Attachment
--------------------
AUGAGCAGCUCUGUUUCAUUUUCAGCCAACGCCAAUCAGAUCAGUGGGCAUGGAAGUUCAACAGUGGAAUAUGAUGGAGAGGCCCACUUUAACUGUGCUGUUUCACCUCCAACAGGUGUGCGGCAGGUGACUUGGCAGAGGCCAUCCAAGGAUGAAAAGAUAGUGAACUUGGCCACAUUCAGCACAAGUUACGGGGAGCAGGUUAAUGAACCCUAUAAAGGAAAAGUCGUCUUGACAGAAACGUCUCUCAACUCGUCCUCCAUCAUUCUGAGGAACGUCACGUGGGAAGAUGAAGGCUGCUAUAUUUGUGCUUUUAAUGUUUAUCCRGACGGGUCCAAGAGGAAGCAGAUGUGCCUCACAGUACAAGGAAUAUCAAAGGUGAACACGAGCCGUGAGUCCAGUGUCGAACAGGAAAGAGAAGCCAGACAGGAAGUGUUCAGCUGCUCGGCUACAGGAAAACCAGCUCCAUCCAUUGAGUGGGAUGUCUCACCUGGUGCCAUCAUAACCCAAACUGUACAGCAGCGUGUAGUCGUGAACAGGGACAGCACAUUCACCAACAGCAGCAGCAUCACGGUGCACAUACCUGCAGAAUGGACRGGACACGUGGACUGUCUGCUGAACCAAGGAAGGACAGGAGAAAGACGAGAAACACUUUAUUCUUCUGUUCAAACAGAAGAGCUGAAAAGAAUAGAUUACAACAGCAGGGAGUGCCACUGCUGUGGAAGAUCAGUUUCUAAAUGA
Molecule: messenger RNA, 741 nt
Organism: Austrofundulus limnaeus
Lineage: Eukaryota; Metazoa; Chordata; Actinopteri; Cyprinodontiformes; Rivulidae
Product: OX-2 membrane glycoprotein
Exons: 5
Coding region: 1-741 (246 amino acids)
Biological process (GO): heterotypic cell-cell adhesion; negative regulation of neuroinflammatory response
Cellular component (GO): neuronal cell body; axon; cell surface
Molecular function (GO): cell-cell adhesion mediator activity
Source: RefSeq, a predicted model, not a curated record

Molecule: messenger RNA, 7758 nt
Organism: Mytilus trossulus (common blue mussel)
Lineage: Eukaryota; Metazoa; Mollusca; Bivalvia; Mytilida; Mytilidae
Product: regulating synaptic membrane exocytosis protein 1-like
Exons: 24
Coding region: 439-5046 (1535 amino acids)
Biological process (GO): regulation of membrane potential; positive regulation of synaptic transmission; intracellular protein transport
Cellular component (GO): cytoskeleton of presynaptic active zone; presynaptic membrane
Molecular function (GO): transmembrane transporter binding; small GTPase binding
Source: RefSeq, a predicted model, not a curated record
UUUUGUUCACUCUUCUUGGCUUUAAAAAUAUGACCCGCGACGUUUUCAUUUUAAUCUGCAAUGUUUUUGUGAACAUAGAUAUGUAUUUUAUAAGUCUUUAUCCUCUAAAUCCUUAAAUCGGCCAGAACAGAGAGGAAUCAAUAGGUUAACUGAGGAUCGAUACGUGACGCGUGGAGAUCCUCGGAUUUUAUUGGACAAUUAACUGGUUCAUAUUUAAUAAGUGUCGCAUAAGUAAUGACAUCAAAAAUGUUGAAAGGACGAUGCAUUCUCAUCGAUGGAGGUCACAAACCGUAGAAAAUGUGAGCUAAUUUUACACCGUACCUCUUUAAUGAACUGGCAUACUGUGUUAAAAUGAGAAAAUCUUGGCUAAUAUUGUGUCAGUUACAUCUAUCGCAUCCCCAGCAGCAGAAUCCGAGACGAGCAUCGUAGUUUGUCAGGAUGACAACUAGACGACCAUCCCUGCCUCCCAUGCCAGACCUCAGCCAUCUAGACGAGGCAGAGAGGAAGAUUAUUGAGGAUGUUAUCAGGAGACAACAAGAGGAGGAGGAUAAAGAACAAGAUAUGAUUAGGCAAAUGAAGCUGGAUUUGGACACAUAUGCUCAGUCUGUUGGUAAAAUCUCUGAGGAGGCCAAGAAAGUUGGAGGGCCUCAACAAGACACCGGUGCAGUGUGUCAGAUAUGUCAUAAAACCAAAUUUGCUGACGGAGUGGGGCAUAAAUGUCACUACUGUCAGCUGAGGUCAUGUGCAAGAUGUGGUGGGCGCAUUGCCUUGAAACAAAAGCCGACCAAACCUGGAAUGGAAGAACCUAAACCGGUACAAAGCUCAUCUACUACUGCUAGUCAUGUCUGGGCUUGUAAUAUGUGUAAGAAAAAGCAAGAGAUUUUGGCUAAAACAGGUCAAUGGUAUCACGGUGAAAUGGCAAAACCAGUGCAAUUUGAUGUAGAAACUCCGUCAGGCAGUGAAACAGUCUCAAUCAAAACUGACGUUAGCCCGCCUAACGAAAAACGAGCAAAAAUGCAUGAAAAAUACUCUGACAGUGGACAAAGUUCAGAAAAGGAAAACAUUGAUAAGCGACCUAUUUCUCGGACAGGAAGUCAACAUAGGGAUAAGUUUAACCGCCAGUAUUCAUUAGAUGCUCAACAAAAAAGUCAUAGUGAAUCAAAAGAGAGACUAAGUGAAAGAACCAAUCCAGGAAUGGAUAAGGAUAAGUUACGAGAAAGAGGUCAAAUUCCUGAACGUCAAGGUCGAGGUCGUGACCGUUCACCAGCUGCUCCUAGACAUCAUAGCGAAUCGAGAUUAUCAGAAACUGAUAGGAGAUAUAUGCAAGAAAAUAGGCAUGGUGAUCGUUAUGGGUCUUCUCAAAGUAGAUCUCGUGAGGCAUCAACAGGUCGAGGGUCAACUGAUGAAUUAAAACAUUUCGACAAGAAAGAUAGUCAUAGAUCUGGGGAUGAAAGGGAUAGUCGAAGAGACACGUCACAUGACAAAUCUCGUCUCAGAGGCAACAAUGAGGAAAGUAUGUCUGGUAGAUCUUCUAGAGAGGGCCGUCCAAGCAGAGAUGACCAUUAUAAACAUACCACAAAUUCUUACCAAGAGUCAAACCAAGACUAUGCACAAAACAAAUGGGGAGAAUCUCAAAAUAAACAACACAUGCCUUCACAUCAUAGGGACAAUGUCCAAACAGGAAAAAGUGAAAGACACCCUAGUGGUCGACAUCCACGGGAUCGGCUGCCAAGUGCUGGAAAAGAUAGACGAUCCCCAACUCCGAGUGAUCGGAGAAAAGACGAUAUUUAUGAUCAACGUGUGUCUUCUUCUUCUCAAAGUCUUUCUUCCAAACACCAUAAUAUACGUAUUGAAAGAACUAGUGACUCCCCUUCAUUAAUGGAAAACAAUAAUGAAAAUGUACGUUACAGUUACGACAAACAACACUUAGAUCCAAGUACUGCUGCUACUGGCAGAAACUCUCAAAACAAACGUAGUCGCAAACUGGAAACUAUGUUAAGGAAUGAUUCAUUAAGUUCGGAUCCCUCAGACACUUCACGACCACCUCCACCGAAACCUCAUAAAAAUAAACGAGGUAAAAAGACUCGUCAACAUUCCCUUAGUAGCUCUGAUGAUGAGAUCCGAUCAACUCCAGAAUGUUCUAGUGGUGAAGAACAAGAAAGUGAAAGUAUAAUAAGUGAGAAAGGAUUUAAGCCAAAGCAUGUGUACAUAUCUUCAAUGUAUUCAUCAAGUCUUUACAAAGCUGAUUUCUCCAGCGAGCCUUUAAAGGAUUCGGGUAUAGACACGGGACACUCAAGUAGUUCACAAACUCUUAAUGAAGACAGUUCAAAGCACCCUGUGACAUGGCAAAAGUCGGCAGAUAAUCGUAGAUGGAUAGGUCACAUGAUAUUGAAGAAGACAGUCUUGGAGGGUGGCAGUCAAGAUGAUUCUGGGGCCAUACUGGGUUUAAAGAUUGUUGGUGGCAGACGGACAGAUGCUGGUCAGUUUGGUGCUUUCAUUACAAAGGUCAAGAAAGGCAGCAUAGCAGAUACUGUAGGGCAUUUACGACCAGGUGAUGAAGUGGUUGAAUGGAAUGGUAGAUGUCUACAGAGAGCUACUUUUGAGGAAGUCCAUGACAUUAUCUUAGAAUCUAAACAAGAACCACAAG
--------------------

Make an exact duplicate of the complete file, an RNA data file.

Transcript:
AUGAGCAGCUCUGUUUCAUUUUCAGCCAACGCCAAUCAGAUCAGUGGGCAUGGAAGUUCAACAGUGGAAUAUGAUGGAGAGGCCCACUUUAACUGUGCUGUUUCACCUCCAACAGGUGUGCGGCAGGUGACUUGGCAGAGGCCAUCCAAGGAUGAAAAGAUAGUGAACUUGGCCACAUUCAGCACAAGUUACGGGGAGCAGGUUAAUGAACCCUAUAAAGGAAAAGUCGUCUUGACAGAAACGUCUCUCAACUCGUCCUCCAUCAUUCUGAGGAACGUCACGUGGGAAGAUGAAGGCUGCUAUAUUUGUGCUUUUAAUGUUUAUCCRGACGGGUCCAAGAGGAAGCAGAUGUGCCUCACAGUACAAGGAAUAUCAAAGGUGAACACGAGCCGUGAGUCCAGUGUCGAACAGGAAAGAGAAGCCAGACAGGAAGUGUUCAGCUGCUCGGCUACAGGAAAACCAGCUCCAUCCAUUGAGUGGGAUGUCUCACCUGGUGCCAUCAUAACCCAAACUGUACAGCAGCGUGUAGUCGUGAACAGGGACAGCACAUUCACCAACAGCAGCAGCAUCACGGUGCACAUACCUGCAGAAUGGACRGGACACGUGGACUGUCUGCUGAACCAAGGAAGGACAGGAGAAAGACGAGAAACACUUUAUUCUUCUGUUCAAACAGAAGAGCUGAAAAGAAUAGAUUACAACAGCAGGGAGUGCCACUGCUGUGGAAGAUCAGUUUCUAAAUGA
Molecule: messenger RNA, 741 nt
Organism: Austrofundulus limnaeus
Lineage: Eukaryota; Metazoa; Chordata; Actinopteri; Cyprinodontiformes; Rivulidae
Product: OX-2 membrane glycoprotein
Exons: 5
Coding region: 1-741 (246 amino acids)
Biological process (GO): heterotypic cell-cell adhesion; negative regulation of neuroinflammatory response
Cellular component (GO): neuronal cell body; axon; cell surface
Molecular function (GO): cell-cell adhesion mediator activity
Source: RefSeq, a predicted model, not a curated record

Molecule: messenger RNA, 7758 nt
Organism: Mytilus trossulus (common blue mussel)
Lineage: Eukaryota; Metazoa; Mollusca; Bivalvia; Mytilida; Mytilidae
Product: regulating synaptic membrane exocytosis protein 1-like
Exons: 24
Coding region: 439-5046 (1535 amino acids)
Biological process (GO): regulation of membrane potential; positive regulation of synaptic transmission; intracellular protein transport
Cellular component (GO): cytoskeleton of presynaptic active zone; presynaptic membrane
Molecular function (GO): transmembrane transporter binding; small GTPase binding
Source: RefSeq, a predicted model, not a curated record
UUUUGUUCACUCUUCUUGGCUUUAAAAAUAUGACCCGCGACGUUUUCAUUUUAAUCUGCAAUGUUUUUGUGAACAUAGAUAUGUAUUUUAUAAGUCUUUAUCCUCUAAAUCCUUAAAUCGGCCAGAACAGAGAGGAAUCAAUAGGUUAACUGAGGAUCGAUACGUGACGCGUGGAGAUCCUCGGAUUUUAUUGGACAAUUAACUGGUUCAUAUUUAAUAAGUGUCGCAUAAGUAAUGACAUCAAAAAUGUUGAAAGGACGAUGCAUUCUCAUCGAUGGAGGUCACAAACCGUAGAAAAUGUGAGCUAAUUUUACACCGUACCUCUUUAAUGAACUGGCAUACUGUGUUAAAAUGAGAAAAUCUUGGCUAAUAUUGUGUCAGUUACAUCUAUCGCAUCCCCAGCAGCAGAAUCCGAGACGAGCAUCGUAGUUUGUCAGGAUGACAACUAGACGACCAUCCCUGCCUCCCAUGCCAGACCUCAGCCAUCUAGACGAGGCAGAGAGGAAGAUUAUUGAGGAUGUUAUCAGGAGACAACAAGAGGAGGAGGAUAAAGAACAAGAUAUGAUUAGGCAAAUGAAGCUGGAUUUGGACACAUAUGCUCAGUCUGUUGGUAAAAUCUCUGAGGAGGCCAAGAAAGUUGGAGGGCCUCAACAAGACACCGGUGCAGUGUGUCAGAUAUGUCAUAAAACCAAAUUUGCUGACGGAGUGGGGCAUAAAUGUCACUACUGUCAGCUGAGGUCAUGUGCAAGAUGUGGUGGGCGCAUUGCCUUGAAACAAAAGCCGACCAAACCUGGAAUGGAAGAACCUAAACCGGUACAAAGCUCAUCUACUACUGCUAGUCAUGUCUGGGCUUGUAAUAUGUGUAAGAAAAAGCAAGAGAUUUUGGCUAAAACAGGUCAAUGGUAUCACGGUGAAAUGGCAAAACCAGUGCAAUUUGAUGUAGAAACUCCGUCAGGCAGUGAAACAGUCUCAAUCAAAACUGACGUUAGCCCGCCUAACGAAAAACGAGCAAAAAUGCAUGAAAAAUACUCUGACAGUGGACAAAGUUCAGAAAAGGAAAACAUUGAUAAGCGACCUAUUUCUCGGACAGGAAGUCAACAUAGGGAUAAGUUUAACCGCCAGUAUUCAUUAGAUGCUCAACAAAAAAGUCAUAGUGAAUCAAAAGAGAGACUAAGUGAAAGAACCAAUCCAGGAAUGGAUAAGGAUAAGUUACGAGAAAGAGGUCAAAUUCCUGAACGUCAAGGUCGAGGUCGUGACCGUUCACCAGCUGCUCCUAGACAUCAUAGCGAAUCGAGAUUAUCAGAAACUGAUAGGAGAUAUAUGCAAGAAAAUAGGCAUGGUGAUCGUUAUGGGUCUUCUCAAAGUAGAUCUCGUGAGGCAUCAACAGGUCGAGGGUCAACUGAUGAAUUAAAACAUUUCGACAAGAAAGAUAGUCAUAGAUCUGGGGAUGAAAGGGAUAGUCGAAGAGACACGUCACAUGACAAAUCUCGUCUCAGAGGCAACAAUGAGGAAAGUAUGUCUGGUAGAUCUUCUAGAGAGGGCCGUCCAAGCAGAGAUGACCAUUAUAAACAUACCACAAAUUCUUACCAAGAGUCAAACCAAGACUAUGCACAAAACAAAUGGGGAGAAUCUCAAAAUAAACAACACAUGCCUUCACAUCAUAGGGACAAUGUCCAAACAGGAAAAAGUGAAAGACACCCUAGUGGUCGACAUCCACGGGAUCGGCUGCCAAGUGCUGGAAAAGAUAGACGAUCCCCAACUCCGAGUGAUCGGAGAAAAGACGAUAUUUAUGAUCAACGUGUGUCUUCUUCUUCUCAAAGUCUUUCUUCCAAACACCAUAAUAUACGUAUUGAAAGAACUAGUGACUCCCCUUCAUUAAUGGAAAACAAUAAUGAAAAUGUACGUUACAGUUACGACAAACAACACUUAGAUCCAAGUACUGCUGCUACUGGCAGAAACUCUCAAAACAAACGUAGUCGCAAACUGGAAACUAUGUUAAGGAAUGAUUCAUUAAGUUCGGAUCCCUCAGACACUUCACGACCACCUCCACCGAAACCUCAUAAAAAUAAACGAGGUAAAAAGACUCGUCAACAUUCCCUUAGUAGCUCUGAUGAUGAGAUCCGAUCAACUCCAGAAUGUUCUAGUGGUGAAGAACAAGAAAGUGAAAGUAUAAUAAGUGAGAAAGGAUUUAAGCCAAAGCAUGUGUACAUAUCUUCAAUGUAUUCAUCAAGUCUUUACAAAGCUGAUUUCUCCAGCGAGCCUUUAAAGGAUUCGGGUAUAGACACGGGACACUCAAGUAGUUCACAAACUCUUAAUGAAGACAGUUCAAAGCACCCUGUGACAUGGCAAAAGUCGGCAGAUAAUCGUAGAUGGAUAGGUCACAUGAUAUUGAAGAAGACAGUCUUGGAGGGUGGCAGUCAAGAUGAUUCUGGGGCCAUACUGGGUUUAAAGAUUGUUGGUGGCAGACGGACAGAUGCUGGUCAGUUUGGUGCUUUCAUUACAAAGGUCAAGAAAGGCAGCAUAGCAGAUACUGUAGGGCAUUUACGACCAGGUGAUGAAGUGGUUGAAUGGAAUGGUAGAUGUCUACAGAGAGCUACUUUUGAGGAAGUCCAUGACAUUAUCUUAGAAUCUAAACAAGAACCACAAG